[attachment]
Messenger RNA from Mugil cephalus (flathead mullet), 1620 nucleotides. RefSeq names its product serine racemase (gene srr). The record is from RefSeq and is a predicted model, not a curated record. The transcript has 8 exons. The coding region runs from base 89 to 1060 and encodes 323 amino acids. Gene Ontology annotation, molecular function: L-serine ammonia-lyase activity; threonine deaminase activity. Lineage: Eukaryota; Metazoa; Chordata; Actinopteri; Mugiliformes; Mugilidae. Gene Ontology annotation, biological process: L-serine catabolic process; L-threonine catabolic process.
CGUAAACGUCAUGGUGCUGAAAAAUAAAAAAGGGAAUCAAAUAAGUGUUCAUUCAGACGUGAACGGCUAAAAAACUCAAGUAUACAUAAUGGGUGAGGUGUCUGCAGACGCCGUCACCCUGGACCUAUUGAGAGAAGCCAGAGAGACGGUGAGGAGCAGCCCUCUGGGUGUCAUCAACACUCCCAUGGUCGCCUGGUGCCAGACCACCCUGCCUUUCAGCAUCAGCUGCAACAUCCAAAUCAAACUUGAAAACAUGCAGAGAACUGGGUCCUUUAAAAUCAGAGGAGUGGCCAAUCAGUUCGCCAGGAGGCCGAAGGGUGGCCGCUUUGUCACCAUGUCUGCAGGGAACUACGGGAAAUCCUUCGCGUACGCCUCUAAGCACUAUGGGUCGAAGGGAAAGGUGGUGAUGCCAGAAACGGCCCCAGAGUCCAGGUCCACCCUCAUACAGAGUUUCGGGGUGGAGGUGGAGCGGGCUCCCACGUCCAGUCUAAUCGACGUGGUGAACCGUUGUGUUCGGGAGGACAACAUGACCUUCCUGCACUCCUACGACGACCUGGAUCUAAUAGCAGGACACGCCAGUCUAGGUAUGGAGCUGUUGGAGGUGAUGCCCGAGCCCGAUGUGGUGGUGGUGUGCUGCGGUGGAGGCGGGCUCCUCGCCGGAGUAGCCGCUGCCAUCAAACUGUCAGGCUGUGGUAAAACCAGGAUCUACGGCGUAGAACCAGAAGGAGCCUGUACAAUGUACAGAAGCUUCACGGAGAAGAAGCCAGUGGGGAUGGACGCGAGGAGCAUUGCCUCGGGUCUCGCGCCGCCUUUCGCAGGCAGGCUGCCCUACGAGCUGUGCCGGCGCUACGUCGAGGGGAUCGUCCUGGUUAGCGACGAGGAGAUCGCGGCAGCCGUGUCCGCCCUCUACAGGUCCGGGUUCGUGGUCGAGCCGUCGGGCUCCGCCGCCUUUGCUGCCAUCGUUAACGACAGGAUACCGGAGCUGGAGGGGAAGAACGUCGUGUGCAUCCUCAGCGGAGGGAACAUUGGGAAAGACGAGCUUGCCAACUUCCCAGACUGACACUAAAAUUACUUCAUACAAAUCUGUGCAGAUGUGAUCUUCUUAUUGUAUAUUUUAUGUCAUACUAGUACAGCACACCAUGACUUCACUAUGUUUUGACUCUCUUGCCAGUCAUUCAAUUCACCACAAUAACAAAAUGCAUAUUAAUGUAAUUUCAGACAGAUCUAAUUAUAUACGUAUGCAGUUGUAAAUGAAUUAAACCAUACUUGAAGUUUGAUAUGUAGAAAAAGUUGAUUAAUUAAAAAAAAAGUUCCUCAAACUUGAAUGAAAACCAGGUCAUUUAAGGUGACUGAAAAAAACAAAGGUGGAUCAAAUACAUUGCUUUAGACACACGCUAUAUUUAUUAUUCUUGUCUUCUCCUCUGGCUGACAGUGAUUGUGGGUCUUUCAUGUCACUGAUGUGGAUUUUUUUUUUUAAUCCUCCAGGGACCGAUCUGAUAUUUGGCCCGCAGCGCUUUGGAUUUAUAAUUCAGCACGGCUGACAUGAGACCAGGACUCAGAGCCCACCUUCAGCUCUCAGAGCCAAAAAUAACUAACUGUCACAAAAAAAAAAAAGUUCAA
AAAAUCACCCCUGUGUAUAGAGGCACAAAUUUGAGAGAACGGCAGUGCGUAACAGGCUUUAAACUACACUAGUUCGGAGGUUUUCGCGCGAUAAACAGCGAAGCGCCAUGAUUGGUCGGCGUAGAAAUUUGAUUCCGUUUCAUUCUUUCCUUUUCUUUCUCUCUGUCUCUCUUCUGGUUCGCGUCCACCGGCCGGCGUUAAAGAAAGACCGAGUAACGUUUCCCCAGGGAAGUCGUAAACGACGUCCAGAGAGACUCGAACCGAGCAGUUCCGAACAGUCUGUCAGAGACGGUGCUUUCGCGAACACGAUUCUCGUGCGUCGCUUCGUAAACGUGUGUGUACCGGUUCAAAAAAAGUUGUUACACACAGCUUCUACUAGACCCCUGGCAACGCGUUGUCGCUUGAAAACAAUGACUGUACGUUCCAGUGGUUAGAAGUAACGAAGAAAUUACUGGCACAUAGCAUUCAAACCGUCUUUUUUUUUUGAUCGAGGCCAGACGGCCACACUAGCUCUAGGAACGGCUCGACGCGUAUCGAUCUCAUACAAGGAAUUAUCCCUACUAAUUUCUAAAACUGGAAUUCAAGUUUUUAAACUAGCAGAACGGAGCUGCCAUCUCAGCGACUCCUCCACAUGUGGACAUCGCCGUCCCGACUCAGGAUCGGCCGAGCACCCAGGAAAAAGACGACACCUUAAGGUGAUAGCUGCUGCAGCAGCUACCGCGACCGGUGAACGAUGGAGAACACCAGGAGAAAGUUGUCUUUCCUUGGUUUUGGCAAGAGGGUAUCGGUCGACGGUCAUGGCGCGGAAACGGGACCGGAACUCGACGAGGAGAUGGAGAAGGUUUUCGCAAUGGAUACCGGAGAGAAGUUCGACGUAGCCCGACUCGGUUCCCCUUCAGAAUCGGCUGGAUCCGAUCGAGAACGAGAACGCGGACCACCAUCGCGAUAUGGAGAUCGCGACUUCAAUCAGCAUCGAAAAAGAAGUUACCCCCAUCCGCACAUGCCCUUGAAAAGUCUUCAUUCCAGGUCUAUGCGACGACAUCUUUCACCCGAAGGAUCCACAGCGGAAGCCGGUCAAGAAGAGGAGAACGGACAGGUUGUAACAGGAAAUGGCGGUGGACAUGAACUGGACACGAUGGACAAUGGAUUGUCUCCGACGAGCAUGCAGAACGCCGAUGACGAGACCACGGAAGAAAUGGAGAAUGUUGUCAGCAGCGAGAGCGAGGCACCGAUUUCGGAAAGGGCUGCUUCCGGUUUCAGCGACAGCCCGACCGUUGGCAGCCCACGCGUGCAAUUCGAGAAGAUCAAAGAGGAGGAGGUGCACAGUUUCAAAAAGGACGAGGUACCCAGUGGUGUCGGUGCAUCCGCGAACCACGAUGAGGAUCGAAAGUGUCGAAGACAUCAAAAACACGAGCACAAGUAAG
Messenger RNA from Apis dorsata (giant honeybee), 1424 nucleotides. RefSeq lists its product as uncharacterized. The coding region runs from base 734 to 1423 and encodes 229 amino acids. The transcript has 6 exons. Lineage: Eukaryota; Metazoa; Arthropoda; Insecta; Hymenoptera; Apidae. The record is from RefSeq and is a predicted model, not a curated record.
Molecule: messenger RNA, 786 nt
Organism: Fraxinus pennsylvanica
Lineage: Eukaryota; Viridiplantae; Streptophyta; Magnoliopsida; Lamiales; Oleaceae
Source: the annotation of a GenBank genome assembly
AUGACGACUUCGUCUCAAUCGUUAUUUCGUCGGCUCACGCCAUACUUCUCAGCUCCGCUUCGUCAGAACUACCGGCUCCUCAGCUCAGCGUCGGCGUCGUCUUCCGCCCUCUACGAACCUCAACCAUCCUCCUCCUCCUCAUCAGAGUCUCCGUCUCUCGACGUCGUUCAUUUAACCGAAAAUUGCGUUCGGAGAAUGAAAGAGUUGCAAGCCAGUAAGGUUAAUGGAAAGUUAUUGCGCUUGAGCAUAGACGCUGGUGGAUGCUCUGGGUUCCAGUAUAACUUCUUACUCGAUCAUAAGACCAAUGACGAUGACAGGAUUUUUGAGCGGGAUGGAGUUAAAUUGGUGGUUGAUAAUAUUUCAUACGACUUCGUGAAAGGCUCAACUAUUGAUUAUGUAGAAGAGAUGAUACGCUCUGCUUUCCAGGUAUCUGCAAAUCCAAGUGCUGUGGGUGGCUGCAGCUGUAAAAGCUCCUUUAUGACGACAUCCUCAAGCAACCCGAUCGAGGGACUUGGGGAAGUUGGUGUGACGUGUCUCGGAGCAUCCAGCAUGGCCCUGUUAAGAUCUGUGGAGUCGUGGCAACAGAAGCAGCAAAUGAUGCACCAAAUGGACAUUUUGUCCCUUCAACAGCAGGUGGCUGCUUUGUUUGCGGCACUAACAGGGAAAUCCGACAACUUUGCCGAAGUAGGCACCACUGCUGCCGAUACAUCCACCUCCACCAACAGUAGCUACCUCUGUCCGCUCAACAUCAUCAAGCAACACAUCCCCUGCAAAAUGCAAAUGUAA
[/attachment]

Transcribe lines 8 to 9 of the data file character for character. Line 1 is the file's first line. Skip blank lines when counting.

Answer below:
Source: the annotation of a GenBank genome assembly
AUGACGACUUCGUCUCAAUCGUUAUUUCGUCGGCUCACGCCAUACUUCUCAGCUCCGCUUCGUCAGAACUACCGGCUCCUCAGCUCAGCGUCGGCGUCGUCUUCCGCCCUCUACGAACCUCAACCAUCCUCCUCCUCCUCAUCAGAGUCUCCGUCUCUCGACGUCGUUCAUUUAACCGAAAAUUGCGUUCGGAGAAUGAAAGAGUUGCAAGCCAGUAAGGUUAAUGGAAAGUUAUUGCGCUUGAGCAUAGACGCUGGUGGAUGCUCUGGGUUCCAGUAUAACUUCUUACUCGAUCAUAAGACCAAUGACGAUGACAGGAUUUUUGAGCGGGAUGGAGUUAAAUUGGUGGUUGAUAAUAUUUCAUACGACUUCGUGAAAGGCUCAACUAUUGAUUAUGUAGAAGAGAUGAUACGCUCUGCUUUCCAGGUAUCUGCAAAUCCAAGUGCUGUGGGUGGCUGCAGCUGUAAAAGCUCCUUUAUGACGACAUCCUCAAGCAACCCGAUCGAGGGACUUGGGGAAGUUGGUGUGACGUGUCUCGGAGCAUCCAGCAUGGCCCUGUUAAGAUCUGUGGAGUCGUGGCAACAGAAGCAGCAAAUGAUGCACCAAAUGGACAUUUUGUCCCUUCAACAGCAGGUGGCUGCUUUGUUUGCGGCACUAACAGGGAAAUCCGACAACUUUGCCGAAGUAGGCACCACUGCUGCCGAUACAUCCACCUCCACCAACAGUAGCUACCUCUGUCCGCUCAACAUCAUCAAGCAACACAUCCCCUGCAAAAUGCAAAUGUAA